Abit's BX6 was designed with overclocking in mind, but unfortunately there wasn't enough time spent on compatibility issues. Nevertheless is the BX6 a step in the right direction if you compare it to its predecessor LX6. The compatibility is a lot better than it was with the LX6, which had problems with many PCI and ISA cards and also a serious keyboard problem. Abit is trying to make a big deal out of the data buffers, but I can't help and stay unimpressed by this. Data buffers are normally required as soon as the board comes with 4 instead of only 3 DIMM slots and most of the other boards have them as well. The other point of the data buffers is that they can slow the board down, whilst covering timing problems with the RAM. Some good designs can do without this and actually run faster.
Abit forgot a few features, like e.g. the 'SBLink' connector.
The BX6 shares the ISA network card incompatibility problem with a lot of other boards and with some work of Abit's BIOS engineers this problem should be fixed pretty soon. On the RAM side the board did very well. You can plug in pretty much any PC100 SDRAM and it even runs some PC66 SDRAM at 112 MHz. This doesn't even require any settings change in the BIOS setup, because there are no RAM timing settings to be adjusted.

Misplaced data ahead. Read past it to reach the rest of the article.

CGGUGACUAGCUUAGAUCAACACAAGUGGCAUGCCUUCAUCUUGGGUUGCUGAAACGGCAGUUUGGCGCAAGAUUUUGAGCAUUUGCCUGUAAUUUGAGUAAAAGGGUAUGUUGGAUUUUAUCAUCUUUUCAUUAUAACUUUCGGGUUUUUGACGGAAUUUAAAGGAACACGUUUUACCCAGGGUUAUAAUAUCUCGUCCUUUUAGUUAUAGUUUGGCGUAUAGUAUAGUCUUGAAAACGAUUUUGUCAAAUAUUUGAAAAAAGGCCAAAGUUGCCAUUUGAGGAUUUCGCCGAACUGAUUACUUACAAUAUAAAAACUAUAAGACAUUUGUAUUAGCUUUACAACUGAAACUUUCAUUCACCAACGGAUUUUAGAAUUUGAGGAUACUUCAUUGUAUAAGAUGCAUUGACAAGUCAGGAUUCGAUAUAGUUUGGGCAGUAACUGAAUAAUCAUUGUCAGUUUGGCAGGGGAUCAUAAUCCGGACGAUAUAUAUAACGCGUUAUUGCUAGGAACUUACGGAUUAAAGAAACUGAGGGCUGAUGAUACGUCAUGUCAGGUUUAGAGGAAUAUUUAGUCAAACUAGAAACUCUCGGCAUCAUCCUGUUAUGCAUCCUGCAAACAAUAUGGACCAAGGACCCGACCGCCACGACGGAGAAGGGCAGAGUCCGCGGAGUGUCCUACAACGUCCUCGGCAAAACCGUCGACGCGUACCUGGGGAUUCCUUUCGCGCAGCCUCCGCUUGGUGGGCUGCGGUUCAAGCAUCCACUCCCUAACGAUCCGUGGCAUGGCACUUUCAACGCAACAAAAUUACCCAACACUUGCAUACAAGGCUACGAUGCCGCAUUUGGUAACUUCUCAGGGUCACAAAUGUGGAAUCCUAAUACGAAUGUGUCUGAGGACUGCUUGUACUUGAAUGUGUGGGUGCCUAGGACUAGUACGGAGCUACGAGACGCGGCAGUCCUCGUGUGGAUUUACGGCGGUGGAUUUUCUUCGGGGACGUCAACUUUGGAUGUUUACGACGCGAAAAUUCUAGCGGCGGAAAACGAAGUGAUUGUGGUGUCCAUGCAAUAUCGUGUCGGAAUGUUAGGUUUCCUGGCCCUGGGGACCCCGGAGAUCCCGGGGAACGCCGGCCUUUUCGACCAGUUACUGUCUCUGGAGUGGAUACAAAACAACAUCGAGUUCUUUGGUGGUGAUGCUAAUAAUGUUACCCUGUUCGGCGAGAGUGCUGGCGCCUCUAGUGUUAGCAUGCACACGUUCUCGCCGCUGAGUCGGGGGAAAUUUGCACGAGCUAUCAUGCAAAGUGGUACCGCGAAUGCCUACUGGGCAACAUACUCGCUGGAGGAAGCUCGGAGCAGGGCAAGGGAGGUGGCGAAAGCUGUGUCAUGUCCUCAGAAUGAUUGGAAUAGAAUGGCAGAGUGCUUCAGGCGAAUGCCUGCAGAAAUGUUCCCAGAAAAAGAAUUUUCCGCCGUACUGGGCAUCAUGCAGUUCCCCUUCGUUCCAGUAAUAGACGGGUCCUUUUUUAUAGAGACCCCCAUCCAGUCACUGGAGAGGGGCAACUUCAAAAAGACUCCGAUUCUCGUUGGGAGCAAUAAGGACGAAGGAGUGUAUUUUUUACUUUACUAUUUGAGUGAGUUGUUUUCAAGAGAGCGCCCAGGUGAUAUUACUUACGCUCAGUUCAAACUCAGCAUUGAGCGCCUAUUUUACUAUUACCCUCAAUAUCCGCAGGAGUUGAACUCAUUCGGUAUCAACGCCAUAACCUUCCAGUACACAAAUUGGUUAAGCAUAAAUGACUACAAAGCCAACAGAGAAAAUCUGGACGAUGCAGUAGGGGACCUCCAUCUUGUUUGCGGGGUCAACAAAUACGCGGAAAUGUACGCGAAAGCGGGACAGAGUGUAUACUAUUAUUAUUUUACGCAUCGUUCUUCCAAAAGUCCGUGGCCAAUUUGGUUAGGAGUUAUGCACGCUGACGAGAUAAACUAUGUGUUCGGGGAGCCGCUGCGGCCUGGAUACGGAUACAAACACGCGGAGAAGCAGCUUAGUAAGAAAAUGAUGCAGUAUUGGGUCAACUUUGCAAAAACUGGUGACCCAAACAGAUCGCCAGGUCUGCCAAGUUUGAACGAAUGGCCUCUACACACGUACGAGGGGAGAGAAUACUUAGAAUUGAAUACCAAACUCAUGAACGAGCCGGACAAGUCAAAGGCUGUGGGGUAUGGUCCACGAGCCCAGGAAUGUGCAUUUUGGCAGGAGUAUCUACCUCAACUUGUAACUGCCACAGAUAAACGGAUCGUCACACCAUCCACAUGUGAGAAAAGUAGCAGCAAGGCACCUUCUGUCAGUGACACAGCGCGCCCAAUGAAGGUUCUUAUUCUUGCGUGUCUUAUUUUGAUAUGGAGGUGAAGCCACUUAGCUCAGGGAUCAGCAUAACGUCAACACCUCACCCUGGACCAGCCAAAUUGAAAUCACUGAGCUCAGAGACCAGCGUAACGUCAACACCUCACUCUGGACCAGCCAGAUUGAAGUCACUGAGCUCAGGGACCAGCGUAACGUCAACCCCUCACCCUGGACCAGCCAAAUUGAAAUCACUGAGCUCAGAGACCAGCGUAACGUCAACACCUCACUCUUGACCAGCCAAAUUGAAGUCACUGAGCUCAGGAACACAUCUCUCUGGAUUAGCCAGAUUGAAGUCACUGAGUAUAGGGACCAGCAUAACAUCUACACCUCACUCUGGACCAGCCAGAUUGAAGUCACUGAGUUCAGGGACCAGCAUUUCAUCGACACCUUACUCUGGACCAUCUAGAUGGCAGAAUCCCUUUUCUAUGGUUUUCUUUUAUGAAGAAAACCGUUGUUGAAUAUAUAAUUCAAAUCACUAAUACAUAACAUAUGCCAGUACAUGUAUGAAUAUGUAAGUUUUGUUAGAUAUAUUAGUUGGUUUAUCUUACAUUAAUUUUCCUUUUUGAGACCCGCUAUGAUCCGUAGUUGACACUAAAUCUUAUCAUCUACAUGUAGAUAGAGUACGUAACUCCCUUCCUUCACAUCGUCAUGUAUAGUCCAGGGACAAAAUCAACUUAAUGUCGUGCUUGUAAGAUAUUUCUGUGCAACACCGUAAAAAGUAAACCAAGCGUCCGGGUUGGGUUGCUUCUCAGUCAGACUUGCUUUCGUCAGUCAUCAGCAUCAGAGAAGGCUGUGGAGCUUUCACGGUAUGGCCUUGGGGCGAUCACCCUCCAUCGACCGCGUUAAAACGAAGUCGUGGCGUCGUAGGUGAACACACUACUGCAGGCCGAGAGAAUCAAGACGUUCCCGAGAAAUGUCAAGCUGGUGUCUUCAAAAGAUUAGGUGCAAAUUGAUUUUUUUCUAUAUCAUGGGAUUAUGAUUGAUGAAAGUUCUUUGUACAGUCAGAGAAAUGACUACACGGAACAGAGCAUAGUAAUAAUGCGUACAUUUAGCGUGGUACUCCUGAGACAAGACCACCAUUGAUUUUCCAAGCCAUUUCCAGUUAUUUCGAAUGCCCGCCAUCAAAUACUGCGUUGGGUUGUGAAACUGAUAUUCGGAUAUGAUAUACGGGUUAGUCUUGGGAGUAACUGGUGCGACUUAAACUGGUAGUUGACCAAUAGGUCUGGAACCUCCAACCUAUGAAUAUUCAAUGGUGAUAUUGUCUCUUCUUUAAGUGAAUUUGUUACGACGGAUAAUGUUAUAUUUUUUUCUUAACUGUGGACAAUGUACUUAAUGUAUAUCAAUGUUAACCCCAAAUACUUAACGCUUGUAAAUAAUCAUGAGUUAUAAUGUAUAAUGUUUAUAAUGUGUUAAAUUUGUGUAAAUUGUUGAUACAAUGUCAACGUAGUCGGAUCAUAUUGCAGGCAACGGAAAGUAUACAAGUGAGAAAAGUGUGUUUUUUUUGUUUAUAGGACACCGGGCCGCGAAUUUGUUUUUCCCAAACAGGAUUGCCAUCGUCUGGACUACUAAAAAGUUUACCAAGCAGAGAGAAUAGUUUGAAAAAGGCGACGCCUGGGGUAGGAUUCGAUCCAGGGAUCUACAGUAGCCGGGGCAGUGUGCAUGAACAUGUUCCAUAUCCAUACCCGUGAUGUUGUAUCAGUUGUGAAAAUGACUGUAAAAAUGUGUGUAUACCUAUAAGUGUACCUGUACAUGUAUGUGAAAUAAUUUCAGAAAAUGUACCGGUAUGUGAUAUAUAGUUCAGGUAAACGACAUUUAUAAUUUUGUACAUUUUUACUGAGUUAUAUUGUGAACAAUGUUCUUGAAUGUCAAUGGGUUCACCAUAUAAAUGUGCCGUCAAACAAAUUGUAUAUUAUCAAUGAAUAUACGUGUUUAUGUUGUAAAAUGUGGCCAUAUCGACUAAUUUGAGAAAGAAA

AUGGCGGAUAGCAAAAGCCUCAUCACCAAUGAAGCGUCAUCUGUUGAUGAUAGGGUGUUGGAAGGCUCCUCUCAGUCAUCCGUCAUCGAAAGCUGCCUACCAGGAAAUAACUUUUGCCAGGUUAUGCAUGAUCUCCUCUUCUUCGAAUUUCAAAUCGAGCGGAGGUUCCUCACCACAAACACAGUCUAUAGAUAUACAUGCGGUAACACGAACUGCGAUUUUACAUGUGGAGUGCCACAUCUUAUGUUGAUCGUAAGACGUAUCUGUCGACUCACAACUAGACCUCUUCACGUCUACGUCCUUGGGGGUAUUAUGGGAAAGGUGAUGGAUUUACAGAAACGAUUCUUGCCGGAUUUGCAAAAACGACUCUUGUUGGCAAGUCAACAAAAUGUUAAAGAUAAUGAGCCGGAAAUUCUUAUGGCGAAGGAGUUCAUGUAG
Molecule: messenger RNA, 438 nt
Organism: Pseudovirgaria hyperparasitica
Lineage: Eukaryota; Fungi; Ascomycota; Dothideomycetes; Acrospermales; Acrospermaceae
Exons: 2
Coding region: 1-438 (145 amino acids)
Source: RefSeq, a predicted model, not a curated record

The board does not only offer the selection of FSB clocks from 66 to 133 MHz in its well known 'CPU SoftMenu' , but also the option of adjusting the CPU voltage. Abit proudly presents this as 'SoftMenu II', forgetting the fact that this new feature is a great tool for killing your CPU. The BX6 is a board for people who like experiments and who like overclocking to insensible areas. The missing RAM timing adjustment in the BIOS setup makes it easy enough to crank up the FSB to crazy heights.
All in all the BX6 isn't a bad board at all and for overclockers it could be the number one choice. However, if overclocking doesn't play the major role, you can find better BX boards.
The BX6 didn't make the overall recommendations list because of its compatibility problem in combination with low to average performance and the lack of any special feature.